Once I decided to self-publish, I looked around for help. A friend introduced me to the creative team at FableVision, a wonderful multimedia storytelling company located above the Children's Museum in the Boston. I had a vague notion that like The Number Devil, Lexicon could support accompanying activities, and perhaps an entire computer game. (Of course, the whole notion was ironic, because of the underlying theme in the book that too much screen time is robbing our children of childhood, but I set that concern momentarily aside.)
The FableVision staff were excited by the book, and we met for a half-day team brainstorming about how we could make it into something big and exciting, with games, music, art, and even perhaps a couple of chapters in graphic novel form. In the end, though, the price tag was too high, and we couldn't really come up with a marketing plan to support it.
FableVision's ideas had kindled dreams, and I knew I wasn't going to be satisfied with simply handing my manuscript over to an outfit like Lulu or CreateSpace (reputable and perfectly respectable though they are). I wanted high quality art and design and a printing job that would look like a trade publisher's. I had only the vaguest idea of what a reasonable budget might be, but I read about Brunonia Barry's $50,000 investment in producing her book The Lace Reader which subsequently sold for high dollars to Harper Collins. That seemed like a good benchmark.
My husband, the founder of a small biotech company, certainly thought so. "In biotech, that's nothing," he said. With his unflagging support, that was how I thought of the project: it was a start-up. Biotech companies don't make money until years and millions of dollars have been invested, and most of them fail, though a few make it big. But Leo was trying to discover a treatment for Lou Gehrig's disease: it was worth the expense and the risk. I was trying to create fun, intellectually stimulating fiction for kids. He urged me not to look at the much smaller expense as a barrier.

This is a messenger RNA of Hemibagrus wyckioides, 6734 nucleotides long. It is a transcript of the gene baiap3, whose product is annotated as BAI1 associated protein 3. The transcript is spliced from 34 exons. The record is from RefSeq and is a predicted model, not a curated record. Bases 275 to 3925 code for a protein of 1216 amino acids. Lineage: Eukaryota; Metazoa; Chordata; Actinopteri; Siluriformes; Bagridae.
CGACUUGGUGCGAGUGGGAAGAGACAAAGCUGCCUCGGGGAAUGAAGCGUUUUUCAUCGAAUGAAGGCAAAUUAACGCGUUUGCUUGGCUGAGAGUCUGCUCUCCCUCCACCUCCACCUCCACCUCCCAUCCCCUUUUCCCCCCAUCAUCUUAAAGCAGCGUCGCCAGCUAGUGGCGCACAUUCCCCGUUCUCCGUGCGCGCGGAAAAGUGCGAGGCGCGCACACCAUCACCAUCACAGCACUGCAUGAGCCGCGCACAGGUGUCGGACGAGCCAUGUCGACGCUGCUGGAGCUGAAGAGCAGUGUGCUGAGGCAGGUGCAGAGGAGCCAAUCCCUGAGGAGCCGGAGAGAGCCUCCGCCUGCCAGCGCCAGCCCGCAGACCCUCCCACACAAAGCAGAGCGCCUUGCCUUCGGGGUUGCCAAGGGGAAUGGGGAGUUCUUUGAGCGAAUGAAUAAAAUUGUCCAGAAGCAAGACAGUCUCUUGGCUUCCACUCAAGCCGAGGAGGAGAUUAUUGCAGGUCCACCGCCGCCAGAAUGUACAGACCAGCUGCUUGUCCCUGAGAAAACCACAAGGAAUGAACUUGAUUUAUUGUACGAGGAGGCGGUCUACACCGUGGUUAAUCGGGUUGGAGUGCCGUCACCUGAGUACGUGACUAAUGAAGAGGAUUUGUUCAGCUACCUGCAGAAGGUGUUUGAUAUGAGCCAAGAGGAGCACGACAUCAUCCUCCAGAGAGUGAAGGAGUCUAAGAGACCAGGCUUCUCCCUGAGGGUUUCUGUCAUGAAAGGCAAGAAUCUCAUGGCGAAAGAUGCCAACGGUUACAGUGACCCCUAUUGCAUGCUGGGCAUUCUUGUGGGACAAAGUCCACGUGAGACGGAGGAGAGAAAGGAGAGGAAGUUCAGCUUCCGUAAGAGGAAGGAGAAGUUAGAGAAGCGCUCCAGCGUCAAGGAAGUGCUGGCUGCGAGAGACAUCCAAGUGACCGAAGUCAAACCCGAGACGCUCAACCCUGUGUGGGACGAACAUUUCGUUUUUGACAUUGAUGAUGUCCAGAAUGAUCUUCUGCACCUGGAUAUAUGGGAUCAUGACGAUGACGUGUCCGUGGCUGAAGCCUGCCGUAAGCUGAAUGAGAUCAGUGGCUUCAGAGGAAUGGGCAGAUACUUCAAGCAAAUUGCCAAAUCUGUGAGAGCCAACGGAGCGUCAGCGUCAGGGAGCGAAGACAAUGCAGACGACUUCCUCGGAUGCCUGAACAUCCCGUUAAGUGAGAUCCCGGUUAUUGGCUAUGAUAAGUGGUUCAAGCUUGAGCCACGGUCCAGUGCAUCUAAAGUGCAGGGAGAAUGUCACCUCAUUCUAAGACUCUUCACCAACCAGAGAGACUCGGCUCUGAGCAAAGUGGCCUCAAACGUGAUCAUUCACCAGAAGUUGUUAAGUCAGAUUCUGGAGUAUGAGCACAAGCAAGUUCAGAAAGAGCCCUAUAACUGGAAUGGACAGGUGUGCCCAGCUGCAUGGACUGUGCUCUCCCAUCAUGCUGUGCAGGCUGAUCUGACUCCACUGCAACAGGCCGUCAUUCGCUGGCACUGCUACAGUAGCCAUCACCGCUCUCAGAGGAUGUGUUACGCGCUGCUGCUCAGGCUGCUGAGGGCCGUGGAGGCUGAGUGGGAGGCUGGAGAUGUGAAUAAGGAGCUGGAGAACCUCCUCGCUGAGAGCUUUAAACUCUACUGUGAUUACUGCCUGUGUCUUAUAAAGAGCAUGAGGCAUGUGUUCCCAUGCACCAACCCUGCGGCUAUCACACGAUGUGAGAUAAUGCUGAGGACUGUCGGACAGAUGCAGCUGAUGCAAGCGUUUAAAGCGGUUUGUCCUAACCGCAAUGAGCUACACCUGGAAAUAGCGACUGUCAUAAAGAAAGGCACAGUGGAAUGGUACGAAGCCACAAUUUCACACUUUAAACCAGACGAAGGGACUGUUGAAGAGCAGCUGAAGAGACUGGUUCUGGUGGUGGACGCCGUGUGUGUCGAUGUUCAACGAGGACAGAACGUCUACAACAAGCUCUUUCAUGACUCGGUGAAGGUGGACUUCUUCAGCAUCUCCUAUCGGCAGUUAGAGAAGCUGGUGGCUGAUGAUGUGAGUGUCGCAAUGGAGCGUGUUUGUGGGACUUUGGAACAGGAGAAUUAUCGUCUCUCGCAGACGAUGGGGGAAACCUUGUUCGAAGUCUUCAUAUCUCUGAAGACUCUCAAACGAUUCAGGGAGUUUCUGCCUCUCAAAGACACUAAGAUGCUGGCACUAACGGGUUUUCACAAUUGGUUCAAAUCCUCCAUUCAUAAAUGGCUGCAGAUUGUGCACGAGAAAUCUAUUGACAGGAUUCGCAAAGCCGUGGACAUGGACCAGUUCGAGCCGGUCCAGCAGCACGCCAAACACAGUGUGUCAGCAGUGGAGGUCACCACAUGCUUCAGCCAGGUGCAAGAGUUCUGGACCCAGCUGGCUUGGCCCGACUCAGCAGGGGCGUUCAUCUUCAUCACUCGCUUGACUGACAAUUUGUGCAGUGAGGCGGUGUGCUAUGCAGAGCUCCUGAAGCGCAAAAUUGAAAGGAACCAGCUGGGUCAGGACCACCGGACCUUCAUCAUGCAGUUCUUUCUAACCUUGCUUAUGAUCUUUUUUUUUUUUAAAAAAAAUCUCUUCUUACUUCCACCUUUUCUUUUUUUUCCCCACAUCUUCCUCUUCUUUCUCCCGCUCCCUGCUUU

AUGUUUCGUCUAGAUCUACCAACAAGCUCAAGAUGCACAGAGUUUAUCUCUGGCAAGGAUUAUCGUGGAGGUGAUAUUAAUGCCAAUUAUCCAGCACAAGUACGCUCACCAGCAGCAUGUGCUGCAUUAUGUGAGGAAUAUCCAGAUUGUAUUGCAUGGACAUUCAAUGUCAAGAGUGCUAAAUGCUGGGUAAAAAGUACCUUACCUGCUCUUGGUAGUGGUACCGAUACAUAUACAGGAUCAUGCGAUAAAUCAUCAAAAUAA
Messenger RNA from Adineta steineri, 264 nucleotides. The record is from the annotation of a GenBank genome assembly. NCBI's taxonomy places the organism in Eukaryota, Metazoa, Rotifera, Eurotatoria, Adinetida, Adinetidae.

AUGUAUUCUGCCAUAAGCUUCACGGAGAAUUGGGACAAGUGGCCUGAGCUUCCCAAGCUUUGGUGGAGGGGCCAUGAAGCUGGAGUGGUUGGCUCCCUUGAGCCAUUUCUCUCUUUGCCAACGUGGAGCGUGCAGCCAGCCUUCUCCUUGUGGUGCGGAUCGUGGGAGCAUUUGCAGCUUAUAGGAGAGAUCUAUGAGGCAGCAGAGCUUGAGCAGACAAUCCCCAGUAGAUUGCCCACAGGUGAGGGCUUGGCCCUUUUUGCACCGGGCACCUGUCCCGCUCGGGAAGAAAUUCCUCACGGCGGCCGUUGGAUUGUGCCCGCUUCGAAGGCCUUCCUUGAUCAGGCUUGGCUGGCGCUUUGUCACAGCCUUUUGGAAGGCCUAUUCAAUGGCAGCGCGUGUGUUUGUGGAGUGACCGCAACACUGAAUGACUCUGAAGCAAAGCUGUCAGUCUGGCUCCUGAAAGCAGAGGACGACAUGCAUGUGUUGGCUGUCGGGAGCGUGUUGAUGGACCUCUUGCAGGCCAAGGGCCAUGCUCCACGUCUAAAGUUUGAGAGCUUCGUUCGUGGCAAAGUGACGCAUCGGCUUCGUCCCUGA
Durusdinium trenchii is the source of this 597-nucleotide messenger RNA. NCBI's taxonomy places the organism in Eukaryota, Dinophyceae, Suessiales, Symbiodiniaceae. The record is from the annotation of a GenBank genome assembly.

At this point, my friend Rebecca Raibley stepped in. She has a strong business background and a talent for organization, and she wanted to learn more about online and viral marketing. She signed on as my voluntary business partner, working for free on top of her regular high-power job. We consulted with my agent about what members we would need for our virtual team: a project manager/art director, an artist, a designer, a copy editor, and a printer. We sketched out a budget, including printing and publicity.
My agent introduced me to her friend and colleague, an experienced editor and art director, now working freelance, named Karen Klockner. I sent Karen the book and went to meet her at the Cornell Club the next time I had to be in New York. In the hushed and paneled dining room, where one is not supposed to do any business, Karen taught me more about the steps we would need to go through and the timeline required to produce a book. Meanwhile, I incorporated my new publishing company, the Tumblehome Press, named after my mother's boat.